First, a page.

yourgen club He did not knock on his office door, however Dominic Zuboszlay I heard you talking in the locker room. Mohamed Salah Al-Majri reported that his colleagues had informed them of his stay. Al-Masry, according to his manager, never came to tell him he was gone. The German, who saw Salah’s commitment to matches and training, and referred to his contribution to the players’ leadership group meetings, did not feel the need to ask him if his next match would be with Al-Ittihad. “For me, it wasn’t an issue for a second, to be honest,” said Klopp.
Maybe just for him. Klopp can He ignored an offer of £150m, with breezy indifference to the prospect of windfalls, due to Salah’s attitude. “I never had any doubts about his commitment to this club,” he added. “You can’t imagine how much noise the world has made but how calm we are with him. He’s our player and he wants to play here.” That was the message that was passed on to the rest of the side, Zuboszlai said.
The transfer window in the Saudi League remains open, but Liverpool’s position has not changed: Salah is not for sale. Beat Aston Villa 3-0 It was his last outburst of power, but there were few signs it would prove to be his last: there was no flurry that could be interpreted as a farewell on the pitch afterward, and his embrace with Klopp was brief as the manager paid more attention to him. Jarel Kwansah.
There was a feeling that life is normal, even though these are abnormal times. Quite a few people might be distracted by the prospect of becoming the highest-paid player in the world: not Salah. other soccer players, By Mateus Nunes To Wilfrid Genonto, he struck near the end of the window. Salah scored instead against Villa.
Such opposition has been shown by him this season Chelsea On the opening weekend when he managed to tear a relatively small bandage into several pieces and throw it onto the field due to his annoyance at being substituted. However, it was all a sign of a lifelong ambition: to play and excel.
The signs are that he will continue to Liverpool. He has propelled himself to greatness in Europe in a way that was not appreciated – not for a player of his background, not for a fringe figure at Chelsea – and may be reluctant to give up his place at the top of the table.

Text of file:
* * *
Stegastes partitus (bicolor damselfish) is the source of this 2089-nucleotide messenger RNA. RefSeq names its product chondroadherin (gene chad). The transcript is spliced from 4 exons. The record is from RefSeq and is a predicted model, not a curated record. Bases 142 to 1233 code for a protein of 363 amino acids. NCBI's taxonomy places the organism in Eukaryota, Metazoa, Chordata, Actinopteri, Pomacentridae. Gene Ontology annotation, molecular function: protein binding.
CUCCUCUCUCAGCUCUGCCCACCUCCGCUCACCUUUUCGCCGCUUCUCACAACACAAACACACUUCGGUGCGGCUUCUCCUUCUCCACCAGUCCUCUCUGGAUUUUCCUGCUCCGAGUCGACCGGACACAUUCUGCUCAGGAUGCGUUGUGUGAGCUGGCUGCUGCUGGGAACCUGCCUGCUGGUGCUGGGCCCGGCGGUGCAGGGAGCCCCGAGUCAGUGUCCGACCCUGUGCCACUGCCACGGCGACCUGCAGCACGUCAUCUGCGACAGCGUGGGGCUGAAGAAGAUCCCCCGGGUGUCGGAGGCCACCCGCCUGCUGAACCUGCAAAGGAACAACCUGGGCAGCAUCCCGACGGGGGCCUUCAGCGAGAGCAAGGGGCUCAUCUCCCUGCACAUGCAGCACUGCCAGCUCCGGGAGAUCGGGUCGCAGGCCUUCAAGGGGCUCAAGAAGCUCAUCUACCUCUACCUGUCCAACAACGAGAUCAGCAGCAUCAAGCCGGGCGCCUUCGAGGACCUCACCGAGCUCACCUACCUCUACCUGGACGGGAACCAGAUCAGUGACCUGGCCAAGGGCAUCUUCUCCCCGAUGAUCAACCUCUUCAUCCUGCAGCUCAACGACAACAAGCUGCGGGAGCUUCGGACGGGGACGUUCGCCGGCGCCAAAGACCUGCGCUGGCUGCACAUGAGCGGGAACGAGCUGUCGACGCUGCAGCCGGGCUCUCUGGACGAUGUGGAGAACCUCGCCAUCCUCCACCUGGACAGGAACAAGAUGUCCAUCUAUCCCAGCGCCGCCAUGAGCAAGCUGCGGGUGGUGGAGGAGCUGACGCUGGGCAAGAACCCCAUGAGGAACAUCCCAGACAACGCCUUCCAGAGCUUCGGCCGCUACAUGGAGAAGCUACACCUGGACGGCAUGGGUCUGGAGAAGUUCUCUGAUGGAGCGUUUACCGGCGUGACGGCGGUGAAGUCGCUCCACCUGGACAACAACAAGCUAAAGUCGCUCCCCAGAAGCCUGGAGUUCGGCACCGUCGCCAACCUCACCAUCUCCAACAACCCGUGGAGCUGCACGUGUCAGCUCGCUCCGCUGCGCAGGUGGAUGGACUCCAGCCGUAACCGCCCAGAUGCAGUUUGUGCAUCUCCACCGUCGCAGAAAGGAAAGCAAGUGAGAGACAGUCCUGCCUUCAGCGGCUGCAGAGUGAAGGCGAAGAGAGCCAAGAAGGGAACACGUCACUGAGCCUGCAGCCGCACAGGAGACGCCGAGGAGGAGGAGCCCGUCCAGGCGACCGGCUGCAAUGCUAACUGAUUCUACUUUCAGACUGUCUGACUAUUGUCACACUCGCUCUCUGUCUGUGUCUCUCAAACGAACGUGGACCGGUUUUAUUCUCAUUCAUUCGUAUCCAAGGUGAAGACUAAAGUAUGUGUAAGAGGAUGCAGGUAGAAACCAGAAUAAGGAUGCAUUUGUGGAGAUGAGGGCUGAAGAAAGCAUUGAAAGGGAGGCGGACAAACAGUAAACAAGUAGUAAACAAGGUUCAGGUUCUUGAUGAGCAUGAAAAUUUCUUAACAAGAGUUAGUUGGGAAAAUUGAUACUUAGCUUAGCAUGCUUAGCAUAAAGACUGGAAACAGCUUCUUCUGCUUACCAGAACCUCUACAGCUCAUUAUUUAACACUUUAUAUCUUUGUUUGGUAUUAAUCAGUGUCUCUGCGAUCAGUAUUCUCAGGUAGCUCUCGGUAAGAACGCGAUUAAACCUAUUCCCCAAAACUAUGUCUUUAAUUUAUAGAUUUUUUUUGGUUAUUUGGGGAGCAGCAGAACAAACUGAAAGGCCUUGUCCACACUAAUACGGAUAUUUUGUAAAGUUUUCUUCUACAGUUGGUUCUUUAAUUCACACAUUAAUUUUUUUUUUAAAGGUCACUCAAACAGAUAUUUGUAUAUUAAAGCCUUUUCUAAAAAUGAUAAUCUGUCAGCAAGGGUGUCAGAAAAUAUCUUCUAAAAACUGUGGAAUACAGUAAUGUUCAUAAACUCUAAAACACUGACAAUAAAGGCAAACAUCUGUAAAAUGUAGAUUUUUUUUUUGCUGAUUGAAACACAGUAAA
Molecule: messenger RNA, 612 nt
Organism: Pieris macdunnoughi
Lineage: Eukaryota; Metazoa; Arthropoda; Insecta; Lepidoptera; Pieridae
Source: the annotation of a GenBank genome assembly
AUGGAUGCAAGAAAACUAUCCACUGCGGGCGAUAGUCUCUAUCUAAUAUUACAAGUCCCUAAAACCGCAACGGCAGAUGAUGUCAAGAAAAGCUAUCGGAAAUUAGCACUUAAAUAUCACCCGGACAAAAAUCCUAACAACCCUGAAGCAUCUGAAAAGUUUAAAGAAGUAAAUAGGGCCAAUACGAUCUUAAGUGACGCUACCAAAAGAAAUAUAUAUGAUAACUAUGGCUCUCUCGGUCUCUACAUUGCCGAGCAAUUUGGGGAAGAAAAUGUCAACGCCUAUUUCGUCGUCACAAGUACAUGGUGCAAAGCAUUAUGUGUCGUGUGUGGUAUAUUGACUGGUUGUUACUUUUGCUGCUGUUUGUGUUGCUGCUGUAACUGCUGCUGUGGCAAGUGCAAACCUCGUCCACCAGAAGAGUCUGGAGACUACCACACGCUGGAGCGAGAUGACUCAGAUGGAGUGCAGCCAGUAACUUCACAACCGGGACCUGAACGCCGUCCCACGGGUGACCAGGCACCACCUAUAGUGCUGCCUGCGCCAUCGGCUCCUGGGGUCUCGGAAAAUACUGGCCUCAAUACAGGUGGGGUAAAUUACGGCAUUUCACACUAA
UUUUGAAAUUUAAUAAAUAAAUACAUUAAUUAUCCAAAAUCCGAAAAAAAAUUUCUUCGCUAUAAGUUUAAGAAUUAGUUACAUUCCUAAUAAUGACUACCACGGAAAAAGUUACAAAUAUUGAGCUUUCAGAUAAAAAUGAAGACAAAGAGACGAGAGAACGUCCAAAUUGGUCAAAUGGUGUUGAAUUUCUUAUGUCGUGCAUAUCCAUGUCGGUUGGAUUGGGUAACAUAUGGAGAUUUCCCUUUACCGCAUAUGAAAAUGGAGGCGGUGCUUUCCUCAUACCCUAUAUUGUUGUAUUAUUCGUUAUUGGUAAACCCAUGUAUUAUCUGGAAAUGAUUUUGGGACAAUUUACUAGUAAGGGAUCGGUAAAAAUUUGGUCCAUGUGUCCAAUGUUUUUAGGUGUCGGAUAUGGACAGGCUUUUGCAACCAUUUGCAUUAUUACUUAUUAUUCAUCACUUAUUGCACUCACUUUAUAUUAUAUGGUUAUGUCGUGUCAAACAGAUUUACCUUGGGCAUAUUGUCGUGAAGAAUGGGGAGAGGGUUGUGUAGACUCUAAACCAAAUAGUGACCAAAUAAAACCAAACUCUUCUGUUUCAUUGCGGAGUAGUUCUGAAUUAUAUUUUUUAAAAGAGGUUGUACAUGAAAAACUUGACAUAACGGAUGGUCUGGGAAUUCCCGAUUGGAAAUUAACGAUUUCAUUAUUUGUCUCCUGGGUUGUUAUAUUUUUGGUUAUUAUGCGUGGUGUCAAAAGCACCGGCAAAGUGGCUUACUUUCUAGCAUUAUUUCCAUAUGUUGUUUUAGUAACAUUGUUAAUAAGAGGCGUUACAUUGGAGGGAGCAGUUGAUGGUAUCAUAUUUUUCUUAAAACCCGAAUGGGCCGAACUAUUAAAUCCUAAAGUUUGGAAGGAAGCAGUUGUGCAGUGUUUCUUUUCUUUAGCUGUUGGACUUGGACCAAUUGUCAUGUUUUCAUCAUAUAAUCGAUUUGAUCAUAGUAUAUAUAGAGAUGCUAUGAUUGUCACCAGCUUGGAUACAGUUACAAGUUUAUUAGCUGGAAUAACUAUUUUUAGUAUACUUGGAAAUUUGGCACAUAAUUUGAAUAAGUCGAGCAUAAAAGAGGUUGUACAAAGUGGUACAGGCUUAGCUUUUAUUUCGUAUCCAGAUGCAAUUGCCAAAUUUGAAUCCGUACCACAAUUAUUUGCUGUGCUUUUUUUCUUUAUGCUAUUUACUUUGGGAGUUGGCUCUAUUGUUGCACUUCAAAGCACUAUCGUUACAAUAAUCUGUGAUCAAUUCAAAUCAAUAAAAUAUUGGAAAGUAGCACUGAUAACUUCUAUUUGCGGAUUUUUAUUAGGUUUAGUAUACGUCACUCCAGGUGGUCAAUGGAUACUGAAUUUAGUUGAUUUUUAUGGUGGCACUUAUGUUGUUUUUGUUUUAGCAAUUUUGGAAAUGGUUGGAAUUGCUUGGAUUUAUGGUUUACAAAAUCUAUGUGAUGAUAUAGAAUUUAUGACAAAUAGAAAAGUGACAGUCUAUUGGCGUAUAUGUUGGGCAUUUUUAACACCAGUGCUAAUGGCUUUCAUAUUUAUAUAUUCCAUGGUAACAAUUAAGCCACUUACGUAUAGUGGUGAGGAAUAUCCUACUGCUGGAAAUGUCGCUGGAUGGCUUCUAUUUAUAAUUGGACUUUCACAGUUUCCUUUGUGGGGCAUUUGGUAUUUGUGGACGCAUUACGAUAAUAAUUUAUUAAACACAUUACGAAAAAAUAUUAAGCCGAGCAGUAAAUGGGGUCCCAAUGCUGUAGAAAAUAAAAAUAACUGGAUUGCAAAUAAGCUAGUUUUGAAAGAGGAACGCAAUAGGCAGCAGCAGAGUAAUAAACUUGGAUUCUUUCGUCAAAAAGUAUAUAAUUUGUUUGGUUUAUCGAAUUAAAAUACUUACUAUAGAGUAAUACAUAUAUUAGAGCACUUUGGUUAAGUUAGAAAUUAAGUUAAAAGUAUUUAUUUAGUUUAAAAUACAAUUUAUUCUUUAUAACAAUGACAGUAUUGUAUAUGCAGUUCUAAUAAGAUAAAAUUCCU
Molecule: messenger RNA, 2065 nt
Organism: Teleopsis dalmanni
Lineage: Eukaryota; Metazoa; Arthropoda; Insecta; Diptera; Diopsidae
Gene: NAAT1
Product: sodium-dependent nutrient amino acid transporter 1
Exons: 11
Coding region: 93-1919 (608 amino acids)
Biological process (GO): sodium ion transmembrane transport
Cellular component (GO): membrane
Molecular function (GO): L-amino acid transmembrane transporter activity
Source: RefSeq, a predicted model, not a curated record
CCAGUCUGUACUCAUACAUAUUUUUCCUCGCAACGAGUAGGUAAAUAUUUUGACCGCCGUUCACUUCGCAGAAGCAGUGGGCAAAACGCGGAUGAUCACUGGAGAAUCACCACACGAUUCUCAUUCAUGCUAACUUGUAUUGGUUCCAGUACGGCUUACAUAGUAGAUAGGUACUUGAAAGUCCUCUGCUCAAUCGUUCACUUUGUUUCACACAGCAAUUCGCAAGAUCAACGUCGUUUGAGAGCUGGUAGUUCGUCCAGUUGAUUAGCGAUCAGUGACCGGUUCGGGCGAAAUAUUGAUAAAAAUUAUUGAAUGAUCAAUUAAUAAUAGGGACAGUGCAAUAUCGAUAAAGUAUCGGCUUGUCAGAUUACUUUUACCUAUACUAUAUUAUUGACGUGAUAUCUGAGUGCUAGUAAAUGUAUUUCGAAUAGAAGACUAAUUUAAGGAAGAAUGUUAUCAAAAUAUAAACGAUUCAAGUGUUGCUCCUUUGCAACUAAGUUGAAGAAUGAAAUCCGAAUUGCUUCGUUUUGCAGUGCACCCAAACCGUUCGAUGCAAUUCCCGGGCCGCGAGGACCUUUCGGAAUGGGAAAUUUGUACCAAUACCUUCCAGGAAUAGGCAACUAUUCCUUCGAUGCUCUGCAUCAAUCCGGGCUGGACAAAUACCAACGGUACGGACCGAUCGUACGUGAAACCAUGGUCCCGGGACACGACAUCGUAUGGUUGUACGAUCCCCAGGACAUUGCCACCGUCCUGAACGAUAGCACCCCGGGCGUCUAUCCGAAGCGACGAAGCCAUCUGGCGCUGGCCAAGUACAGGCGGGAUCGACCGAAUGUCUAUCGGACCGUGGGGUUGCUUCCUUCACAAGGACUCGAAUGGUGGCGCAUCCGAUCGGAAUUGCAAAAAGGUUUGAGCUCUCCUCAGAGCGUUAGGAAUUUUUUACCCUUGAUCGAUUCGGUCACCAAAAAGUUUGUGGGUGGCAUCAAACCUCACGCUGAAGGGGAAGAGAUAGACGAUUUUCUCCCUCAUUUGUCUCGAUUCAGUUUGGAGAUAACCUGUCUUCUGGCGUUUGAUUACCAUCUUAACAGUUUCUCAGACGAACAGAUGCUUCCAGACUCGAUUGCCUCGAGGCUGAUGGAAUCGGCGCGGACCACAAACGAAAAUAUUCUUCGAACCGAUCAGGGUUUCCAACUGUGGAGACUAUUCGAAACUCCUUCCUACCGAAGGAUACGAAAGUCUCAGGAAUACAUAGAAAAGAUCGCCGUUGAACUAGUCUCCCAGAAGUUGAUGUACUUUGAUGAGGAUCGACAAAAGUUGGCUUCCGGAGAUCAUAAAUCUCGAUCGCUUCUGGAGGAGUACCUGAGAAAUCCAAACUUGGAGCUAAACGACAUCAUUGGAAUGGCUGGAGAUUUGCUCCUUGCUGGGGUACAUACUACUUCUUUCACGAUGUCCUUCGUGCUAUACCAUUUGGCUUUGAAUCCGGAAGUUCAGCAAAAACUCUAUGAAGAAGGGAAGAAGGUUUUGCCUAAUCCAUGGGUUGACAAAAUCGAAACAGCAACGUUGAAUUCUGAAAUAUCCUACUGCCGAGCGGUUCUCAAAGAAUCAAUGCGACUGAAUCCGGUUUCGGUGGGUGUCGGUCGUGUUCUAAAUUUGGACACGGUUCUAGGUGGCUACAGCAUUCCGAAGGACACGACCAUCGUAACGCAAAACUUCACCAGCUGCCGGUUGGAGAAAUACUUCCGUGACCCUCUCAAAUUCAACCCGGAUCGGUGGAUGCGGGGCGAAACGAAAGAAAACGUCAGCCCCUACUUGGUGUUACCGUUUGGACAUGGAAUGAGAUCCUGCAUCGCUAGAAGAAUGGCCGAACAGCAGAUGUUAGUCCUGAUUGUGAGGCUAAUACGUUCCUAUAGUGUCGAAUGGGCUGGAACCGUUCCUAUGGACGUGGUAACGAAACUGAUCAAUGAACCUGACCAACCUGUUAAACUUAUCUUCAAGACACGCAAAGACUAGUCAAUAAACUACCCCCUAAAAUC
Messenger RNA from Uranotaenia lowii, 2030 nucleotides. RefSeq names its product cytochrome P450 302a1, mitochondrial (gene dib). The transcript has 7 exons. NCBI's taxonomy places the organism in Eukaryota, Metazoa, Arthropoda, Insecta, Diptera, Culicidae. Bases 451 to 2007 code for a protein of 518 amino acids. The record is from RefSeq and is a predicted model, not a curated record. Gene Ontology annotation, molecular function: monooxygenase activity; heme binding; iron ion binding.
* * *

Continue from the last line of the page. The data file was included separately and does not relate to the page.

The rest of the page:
Kingdom of Saudi Arabia It may not be a retirement home for everyone, but it is for some. Salah’s old comrades Sadio Mane And Roberto Firmino there, Senegalese after a turbulent season in Bayern Munichthe Brazilian when he felt his sweat speed up, but Salah is in good shape indicating that, even at the age of 31, he is not entering the stage of dementia.
even as Erling Halland Seems to have replaced him as the annual Golden Boot winner, he may be more creative than before. There is perhaps no striker in the Premier League who is such an all-around threat. As the highest paid player in Liverpool’s history, he is hardly poor. However, in a period of transition at Anfield, when the 2024 squad may not reach the heights of some of its recent predecessors, it is notable that Salah has given no indications of his departure.
That’s when he had more reasons to go to Saudi Arabia than anyone else. The inexplicable element is that Al-Ittihad left its approach too late: as the best Arab footballer on the planet, along with Karim Benzema, the outstanding Muslim player, Salah is seen as a key signing, and a long-term target for the league. As a whole. But perhaps now should be next summer, if not later.
Liverpool tend to sell a player when three criteria are met: when the offer is large enough, when the player is willing to leave and when Klopp has time to appoint a replacement, should he need one. Etihad only ticked one of those three funds, and oversupplying, say, £200m wouldn’t change that.
If Klopp, his players and the fan base who sang praises to their Egyptian king are in tune, the most interesting component of Liverpool’s alliance is the owners. Fenway Sports Group traded its way to the top. Liverpool’s rise was partly funded by the very good sale. Financial logic dictates accepting nine-figure sums for players in their 30s. The issue of keeping Salah is partly footballing, partly financial, given the value of Champions League qualification, and partly morale and prestige and keeping Klopp happy.
But getting £40m for Fabinho, who looked to have turned 29 last season, represented the kind of offer they weren’t likely to get. £12m for the 33-year-old Jordan Henderson It certainly was. Getting £150m for Salah, who could leave on a free transfer in 2025, might seem like a no-brainer. But it would also be accepting defeat. For Liverpool, but maybe for Salah as well.